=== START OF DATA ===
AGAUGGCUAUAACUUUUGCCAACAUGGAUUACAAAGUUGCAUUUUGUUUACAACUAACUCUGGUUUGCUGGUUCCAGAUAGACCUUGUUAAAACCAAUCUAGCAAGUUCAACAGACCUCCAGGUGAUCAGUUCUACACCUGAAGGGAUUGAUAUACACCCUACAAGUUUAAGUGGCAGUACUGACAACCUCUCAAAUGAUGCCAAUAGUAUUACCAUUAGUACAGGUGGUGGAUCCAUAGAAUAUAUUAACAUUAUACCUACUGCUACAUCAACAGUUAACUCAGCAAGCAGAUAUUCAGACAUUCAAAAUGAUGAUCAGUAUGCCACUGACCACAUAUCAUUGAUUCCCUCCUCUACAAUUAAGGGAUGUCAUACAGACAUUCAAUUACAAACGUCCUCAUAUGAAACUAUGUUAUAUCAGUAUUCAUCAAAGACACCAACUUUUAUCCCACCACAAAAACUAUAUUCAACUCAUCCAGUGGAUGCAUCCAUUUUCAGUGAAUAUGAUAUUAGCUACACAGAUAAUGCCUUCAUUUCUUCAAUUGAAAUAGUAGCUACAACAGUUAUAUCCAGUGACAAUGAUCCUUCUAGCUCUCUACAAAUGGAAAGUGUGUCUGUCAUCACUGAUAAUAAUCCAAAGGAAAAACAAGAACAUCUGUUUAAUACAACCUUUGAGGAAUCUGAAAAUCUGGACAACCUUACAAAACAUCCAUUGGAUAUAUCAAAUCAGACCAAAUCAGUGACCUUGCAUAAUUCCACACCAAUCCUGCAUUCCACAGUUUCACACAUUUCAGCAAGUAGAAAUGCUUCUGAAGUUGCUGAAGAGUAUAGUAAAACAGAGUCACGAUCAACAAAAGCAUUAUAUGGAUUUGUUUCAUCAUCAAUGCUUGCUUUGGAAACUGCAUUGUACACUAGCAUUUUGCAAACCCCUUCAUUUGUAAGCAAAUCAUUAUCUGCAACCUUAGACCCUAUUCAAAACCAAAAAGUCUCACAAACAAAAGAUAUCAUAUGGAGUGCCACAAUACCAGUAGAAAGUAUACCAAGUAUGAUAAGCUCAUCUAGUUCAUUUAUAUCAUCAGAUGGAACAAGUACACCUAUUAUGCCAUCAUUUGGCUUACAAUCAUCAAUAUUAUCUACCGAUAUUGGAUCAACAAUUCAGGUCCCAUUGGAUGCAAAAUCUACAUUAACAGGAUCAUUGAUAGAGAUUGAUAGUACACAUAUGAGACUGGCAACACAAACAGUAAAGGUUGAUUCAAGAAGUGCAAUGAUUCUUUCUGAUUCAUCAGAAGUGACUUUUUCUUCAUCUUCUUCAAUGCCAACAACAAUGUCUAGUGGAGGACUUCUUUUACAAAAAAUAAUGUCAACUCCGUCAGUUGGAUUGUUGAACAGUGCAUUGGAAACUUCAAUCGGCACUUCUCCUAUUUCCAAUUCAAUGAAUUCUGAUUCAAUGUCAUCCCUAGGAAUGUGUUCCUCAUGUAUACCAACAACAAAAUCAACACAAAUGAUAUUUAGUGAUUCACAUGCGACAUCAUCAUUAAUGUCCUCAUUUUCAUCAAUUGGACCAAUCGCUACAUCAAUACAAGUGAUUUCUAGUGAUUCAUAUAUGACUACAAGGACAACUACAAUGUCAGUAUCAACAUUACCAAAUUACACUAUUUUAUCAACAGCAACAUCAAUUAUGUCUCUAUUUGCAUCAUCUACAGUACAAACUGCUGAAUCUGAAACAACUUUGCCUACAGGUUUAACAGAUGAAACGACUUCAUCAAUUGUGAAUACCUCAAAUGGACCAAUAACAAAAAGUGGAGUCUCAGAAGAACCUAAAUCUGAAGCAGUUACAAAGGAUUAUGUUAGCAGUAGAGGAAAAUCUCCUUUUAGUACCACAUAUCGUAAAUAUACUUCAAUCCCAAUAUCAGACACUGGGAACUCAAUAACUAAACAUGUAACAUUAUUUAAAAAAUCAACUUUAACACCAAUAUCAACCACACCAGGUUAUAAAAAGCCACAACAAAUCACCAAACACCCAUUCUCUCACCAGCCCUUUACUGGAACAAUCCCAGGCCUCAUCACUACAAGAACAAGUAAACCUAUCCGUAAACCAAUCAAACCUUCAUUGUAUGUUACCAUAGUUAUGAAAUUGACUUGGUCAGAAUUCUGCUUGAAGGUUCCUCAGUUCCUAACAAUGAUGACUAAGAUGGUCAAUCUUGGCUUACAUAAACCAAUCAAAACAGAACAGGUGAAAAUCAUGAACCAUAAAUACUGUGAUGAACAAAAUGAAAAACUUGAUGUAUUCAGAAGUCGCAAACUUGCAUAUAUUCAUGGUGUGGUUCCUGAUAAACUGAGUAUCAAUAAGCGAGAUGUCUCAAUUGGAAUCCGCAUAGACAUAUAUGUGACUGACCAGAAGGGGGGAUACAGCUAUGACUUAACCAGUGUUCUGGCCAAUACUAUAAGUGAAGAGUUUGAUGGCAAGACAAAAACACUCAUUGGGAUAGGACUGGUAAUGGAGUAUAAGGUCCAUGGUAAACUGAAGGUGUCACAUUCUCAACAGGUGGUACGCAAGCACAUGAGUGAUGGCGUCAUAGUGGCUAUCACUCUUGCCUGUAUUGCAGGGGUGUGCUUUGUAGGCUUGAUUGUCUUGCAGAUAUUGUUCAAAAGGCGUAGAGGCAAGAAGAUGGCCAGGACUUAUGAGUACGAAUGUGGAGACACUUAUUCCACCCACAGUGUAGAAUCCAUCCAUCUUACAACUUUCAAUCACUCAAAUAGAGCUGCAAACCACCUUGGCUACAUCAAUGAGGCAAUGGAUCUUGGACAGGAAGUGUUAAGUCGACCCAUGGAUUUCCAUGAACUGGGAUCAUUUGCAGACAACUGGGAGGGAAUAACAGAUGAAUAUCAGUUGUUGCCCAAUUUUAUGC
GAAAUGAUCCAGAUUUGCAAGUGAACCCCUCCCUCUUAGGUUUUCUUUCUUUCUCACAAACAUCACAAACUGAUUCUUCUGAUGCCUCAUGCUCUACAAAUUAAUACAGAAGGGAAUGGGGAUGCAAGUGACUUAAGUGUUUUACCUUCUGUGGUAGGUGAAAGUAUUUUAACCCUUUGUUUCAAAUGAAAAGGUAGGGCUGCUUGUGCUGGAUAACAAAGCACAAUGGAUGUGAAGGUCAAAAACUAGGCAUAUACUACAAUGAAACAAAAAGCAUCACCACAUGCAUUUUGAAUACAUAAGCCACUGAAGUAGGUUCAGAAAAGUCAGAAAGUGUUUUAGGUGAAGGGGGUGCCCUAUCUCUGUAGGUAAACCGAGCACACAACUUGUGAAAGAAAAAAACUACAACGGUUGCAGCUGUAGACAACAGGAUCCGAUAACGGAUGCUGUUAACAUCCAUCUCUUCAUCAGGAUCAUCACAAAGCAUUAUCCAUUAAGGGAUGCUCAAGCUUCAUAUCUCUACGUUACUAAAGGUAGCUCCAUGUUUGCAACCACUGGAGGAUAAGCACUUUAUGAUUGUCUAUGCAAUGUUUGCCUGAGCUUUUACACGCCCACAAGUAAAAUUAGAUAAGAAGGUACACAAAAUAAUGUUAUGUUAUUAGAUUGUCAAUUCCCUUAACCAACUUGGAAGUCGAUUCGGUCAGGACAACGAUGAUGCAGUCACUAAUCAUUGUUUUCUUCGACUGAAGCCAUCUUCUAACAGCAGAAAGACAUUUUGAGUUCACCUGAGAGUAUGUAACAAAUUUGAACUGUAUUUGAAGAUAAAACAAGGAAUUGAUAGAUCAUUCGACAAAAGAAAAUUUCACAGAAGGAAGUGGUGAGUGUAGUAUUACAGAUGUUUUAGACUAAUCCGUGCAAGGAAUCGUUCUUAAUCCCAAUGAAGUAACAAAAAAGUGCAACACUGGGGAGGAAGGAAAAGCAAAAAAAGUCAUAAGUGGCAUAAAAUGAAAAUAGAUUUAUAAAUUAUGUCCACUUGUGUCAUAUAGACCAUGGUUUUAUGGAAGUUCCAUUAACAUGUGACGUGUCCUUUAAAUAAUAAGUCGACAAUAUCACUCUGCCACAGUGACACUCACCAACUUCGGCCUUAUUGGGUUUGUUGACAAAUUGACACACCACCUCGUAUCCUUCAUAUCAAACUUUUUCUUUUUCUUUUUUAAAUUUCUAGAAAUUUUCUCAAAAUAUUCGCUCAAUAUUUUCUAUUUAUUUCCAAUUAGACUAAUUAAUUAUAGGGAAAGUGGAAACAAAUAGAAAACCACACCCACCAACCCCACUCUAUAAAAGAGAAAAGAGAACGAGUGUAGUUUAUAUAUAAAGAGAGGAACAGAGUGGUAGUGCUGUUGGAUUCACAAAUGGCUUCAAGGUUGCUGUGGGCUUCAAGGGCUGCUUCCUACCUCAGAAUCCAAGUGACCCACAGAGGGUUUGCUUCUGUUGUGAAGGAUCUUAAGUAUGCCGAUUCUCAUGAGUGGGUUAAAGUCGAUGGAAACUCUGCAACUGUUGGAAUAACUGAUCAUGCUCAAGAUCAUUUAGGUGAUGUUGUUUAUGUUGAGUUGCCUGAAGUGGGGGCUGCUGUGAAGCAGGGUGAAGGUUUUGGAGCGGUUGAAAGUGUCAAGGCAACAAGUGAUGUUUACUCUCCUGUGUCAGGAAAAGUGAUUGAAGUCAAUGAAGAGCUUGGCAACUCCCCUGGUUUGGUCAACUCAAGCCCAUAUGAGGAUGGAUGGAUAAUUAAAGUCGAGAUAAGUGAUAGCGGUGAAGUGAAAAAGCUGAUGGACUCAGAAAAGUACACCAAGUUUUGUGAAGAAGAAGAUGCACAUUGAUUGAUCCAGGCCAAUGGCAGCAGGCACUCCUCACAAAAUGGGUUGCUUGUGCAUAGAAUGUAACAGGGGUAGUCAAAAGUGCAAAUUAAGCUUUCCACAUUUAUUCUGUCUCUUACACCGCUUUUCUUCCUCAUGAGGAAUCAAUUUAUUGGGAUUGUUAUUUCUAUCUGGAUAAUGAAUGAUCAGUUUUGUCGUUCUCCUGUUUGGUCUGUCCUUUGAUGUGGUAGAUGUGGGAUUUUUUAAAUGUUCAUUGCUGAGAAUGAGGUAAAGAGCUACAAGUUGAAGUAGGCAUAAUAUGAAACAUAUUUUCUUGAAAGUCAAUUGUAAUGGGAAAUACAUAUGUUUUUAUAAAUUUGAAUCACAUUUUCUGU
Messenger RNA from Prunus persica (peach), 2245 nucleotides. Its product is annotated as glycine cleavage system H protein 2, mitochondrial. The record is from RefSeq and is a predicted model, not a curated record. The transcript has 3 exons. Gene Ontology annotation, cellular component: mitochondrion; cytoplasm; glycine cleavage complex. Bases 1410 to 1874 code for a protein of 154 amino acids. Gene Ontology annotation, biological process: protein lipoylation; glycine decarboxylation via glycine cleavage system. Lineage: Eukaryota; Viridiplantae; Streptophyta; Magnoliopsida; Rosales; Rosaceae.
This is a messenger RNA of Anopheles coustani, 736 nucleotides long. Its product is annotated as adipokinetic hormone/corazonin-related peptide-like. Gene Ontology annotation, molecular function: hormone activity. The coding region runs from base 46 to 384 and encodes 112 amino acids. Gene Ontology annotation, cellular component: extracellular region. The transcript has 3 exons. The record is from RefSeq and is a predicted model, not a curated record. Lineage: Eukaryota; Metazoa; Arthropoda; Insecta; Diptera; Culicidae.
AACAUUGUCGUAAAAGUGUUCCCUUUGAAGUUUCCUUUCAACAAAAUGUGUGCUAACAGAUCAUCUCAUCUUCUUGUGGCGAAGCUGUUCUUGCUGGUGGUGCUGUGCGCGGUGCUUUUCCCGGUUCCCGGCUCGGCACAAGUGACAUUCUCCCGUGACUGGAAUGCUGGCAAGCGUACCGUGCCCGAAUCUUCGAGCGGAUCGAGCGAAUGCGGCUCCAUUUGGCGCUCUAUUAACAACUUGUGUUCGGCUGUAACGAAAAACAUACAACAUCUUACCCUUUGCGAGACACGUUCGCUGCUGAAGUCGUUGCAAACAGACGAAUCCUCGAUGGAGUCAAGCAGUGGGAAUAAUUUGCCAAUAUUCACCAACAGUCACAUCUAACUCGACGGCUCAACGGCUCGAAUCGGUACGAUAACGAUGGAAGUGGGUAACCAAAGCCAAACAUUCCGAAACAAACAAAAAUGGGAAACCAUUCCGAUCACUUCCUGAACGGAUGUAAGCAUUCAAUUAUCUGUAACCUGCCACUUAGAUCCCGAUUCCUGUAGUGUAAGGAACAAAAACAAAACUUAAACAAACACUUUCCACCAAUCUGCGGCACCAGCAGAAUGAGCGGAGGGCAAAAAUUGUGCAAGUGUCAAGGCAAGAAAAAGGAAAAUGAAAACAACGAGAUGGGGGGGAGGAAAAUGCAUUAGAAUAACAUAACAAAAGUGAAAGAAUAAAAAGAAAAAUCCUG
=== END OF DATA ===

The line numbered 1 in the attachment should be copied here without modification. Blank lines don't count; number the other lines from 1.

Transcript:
AGAUGGCUAUAACUUUUGCCAACAUGGAUUACAAAGUUGCAUUUUGUUUACAACUAACUCUGGUUUGCUGGUUCCAGAUAGACCUUGUUAAAACCAAUCUAGCAAGUUCAACAGACCUCCAGGUGAUCAGUUCUACACCUGAAGGGAUUGAUAUACACCCUACAAGUUUAAGUGGCAGUACUGACAACCUCUCAAAUGAUGCCAAUAGUAUUACCAUUAGUACAGGUGGUGGAUCCAUAGAAUAUAUUAACAUUAUACCUACUGCUACAUCAACAGUUAACUCAGCAAGCAGAUAUUCAGACAUUCAAAAUGAUGAUCAGUAUGCCACUGACCACAUAUCAUUGAUUCCCUCCUCUACAAUUAAGGGAUGUCAUACAGACAUUCAAUUACAAACGUCCUCAUAUGAAACUAUGUUAUAUCAGUAUUCAUCAAAGACACCAACUUUUAUCCCACCACAAAAACUAUAUUCAACUCAUCCAGUGGAUGCAUCCAUUUUCAGUGAAUAUGAUAUUAGCUACACAGAUAAUGCCUUCAUUUCUUCAAUUGAAAUAGUAGCUACAACAGUUAUAUCCAGUGACAAUGAUCCUUCUAGCUCUCUACAAAUGGAAAGUGUGUCUGUCAUCACUGAUAAUAAUCCAAAGGAAAAACAAGAACAUCUGUUUAAUACAACCUUUGAGGAAUCUGAAAAUCUGGACAACCUUACAAAACAUCCAUUGGAUAUAUCAAAUCAGACCAAAUCAGUGACCUUGCAUAAUUCCACACCAAUCCUGCAUUCCACAGUUUCACACAUUUCAGCAAGUAGAAAUGCUUCUGAAGUUGCUGAAGAGUAUAGUAAAACAGAGUCACGAUCAACAAAAGCAUUAUAUGGAUUUGUUUCAUCAUCAAUGCUUGCUUUGGAAACUGCAUUGUACACUAGCAUUUUGCAAACCCCUUCAUUUGUAAGCAAAUCAUUAUCUGCAACCUUAGACCCUAUUCAAAACCAAAAAGUCUCACAAACAAAAGAUAUCAUAUGGAGUGCCACAAUACCAGUAGAAAGUAUACCAAGUAUGAUAAGCUCAUCUAGUUCAUUUAUAUCAUCAGAUGGAACAAGUACACCUAUUAUGCCAUCAUUUGGCUUACAAUCAUCAAUAUUAUCUACCGAUAUUGGAUCAACAAUUCAGGUCCCAUUGGAUGCAAAAUCUACAUUAACAGGAUCAUUGAUAGAGAUUGAUAGUACACAUAUGAGACUGGCAACACAAACAGUAAAGGUUGAUUCAAGAAGUGCAAUGAUUCUUUCUGAUUCAUCAGAAGUGACUUUUUCUUCAUCUUCUUCAAUGCCAACAACAAUGUCUAGUGGAGGACUUCUUUUACAAAAAAUAAUGUCAACUCCGUCAGUUGGAUUGUUGAACAGUGCAUUGGAAACUUCAAUCGGCACUUCUCCUAUUUCCAAUUCAAUGAAUUCUGAUUCAAUGUCAUCCCUAGGAAUGUGUUCCUCAUGUAUACCAACAACAAAAUCAACACAAAUGAUAUUUAGUGAUUCACAUGCGACAUCAUCAUUAAUGUCCUCAUUUUCAUCAAUUGGACCAAUCGCUACAUCAAUACAAGUGAUUUCUAGUGAUUCAUAUAUGACUACAAGGACAACUACAAUGUCAGUAUCAACAUUACCAAAUUACACUAUUUUAUCAACAGCAACAUCAAUUAUGUCUCUAUUUGCAUCAUCUACAGUACAAACUGCUGAAUCUGAAACAACUUUGCCUACAGGUUUAACAGAUGAAACGACUUCAUCAAUUGUGAAUACCUCAAAUGGACCAAUAACAAAAAGUGGAGUCUCAGAAGAACCUAAAUCUGAAGCAGUUACAAAGGAUUAUGUUAGCAGUAGAGGAAAAUCUCCUUUUAGUACCACAUAUCGUAAAUAUACUUCAAUCCCAAUAUCAGACACUGGGAACUCAAUAACUAAACAUGUAACAUUAUUUAAAAAAUCAACUUUAACACCAAUAUCAACCACACCAGGUUAUAAAAAGCCACAACAAAUCACCAAACACCCAUUCUCUCACCAGCCCUUUACUGGAACAAUCCCAGGCCUCAUCACUACAAGAACAAGUAAACCUAUCCGUAAACCAAUCAAACCUUCAUUGUAUGUUACCAUAGUUAUGAAAUUGACUUGGUCAGAAUUCUGCUUGAAGGUUCCUCAGUUCCUAACAAUGAUGACUAAGAUGGUCAAUCUUGGCUUACAUAAACCAAUCAAAACAGAACAGGUGAAAAUCAUGAACCAUAAAUACUGUGAUGAACAAAAUGAAAAACUUGAUGUAUUCAGAAGUCGCAAACUUGCAUAUAUUCAUGGUGUGGUUCCUGAUAAACUGAGUAUCAAUAAGCGAGAUGUCUCAAUUGGAAUCCGCAUAGACAUAUAUGUGACUGACCAGAAGGGGGGAUACAGCUAUGACUUAACCAGUGUUCUGGCCAAUACUAUAAGUGAAGAGUUUGAUGGCAAGACAAAAACACUCAUUGGGAUAGGACUGGUAAUGGAGUAUAAGGUCCAUGGUAAACUGAAGGUGUCACAUUCUCAACAGGUGGUACGCAAGCACAUGAGUGAUGGCGUCAUAGUGGCUAUCACUCUUGCCUGUAUUGCAGGGGUGUGCUUUGUAGGCUUGAUUGUCUUGCAGAUAUUGUUCAAAAGGCGUAGAGGCAAGAAGAUGGCCAGGACUUAUGAGUACGAAUGUGGAGACACUUAUUCCACCCACAGUGUAGAAUCCAUCCAUCUUACAACUUUCAAUCACUCAAAUAGAGCUGCAAACCACCUUGGCUACAUCAAUGAGGCAAUGGAUCUUGGACAGGAAGUGUUAAGUCGACCCAUGGAUUUCCAUGAACUGGGAUCAUUUGCAGACAACUGGGAGGGAAUAACAGAUGAAUAUCAGUUGUUGCCCAAUUUUAUGC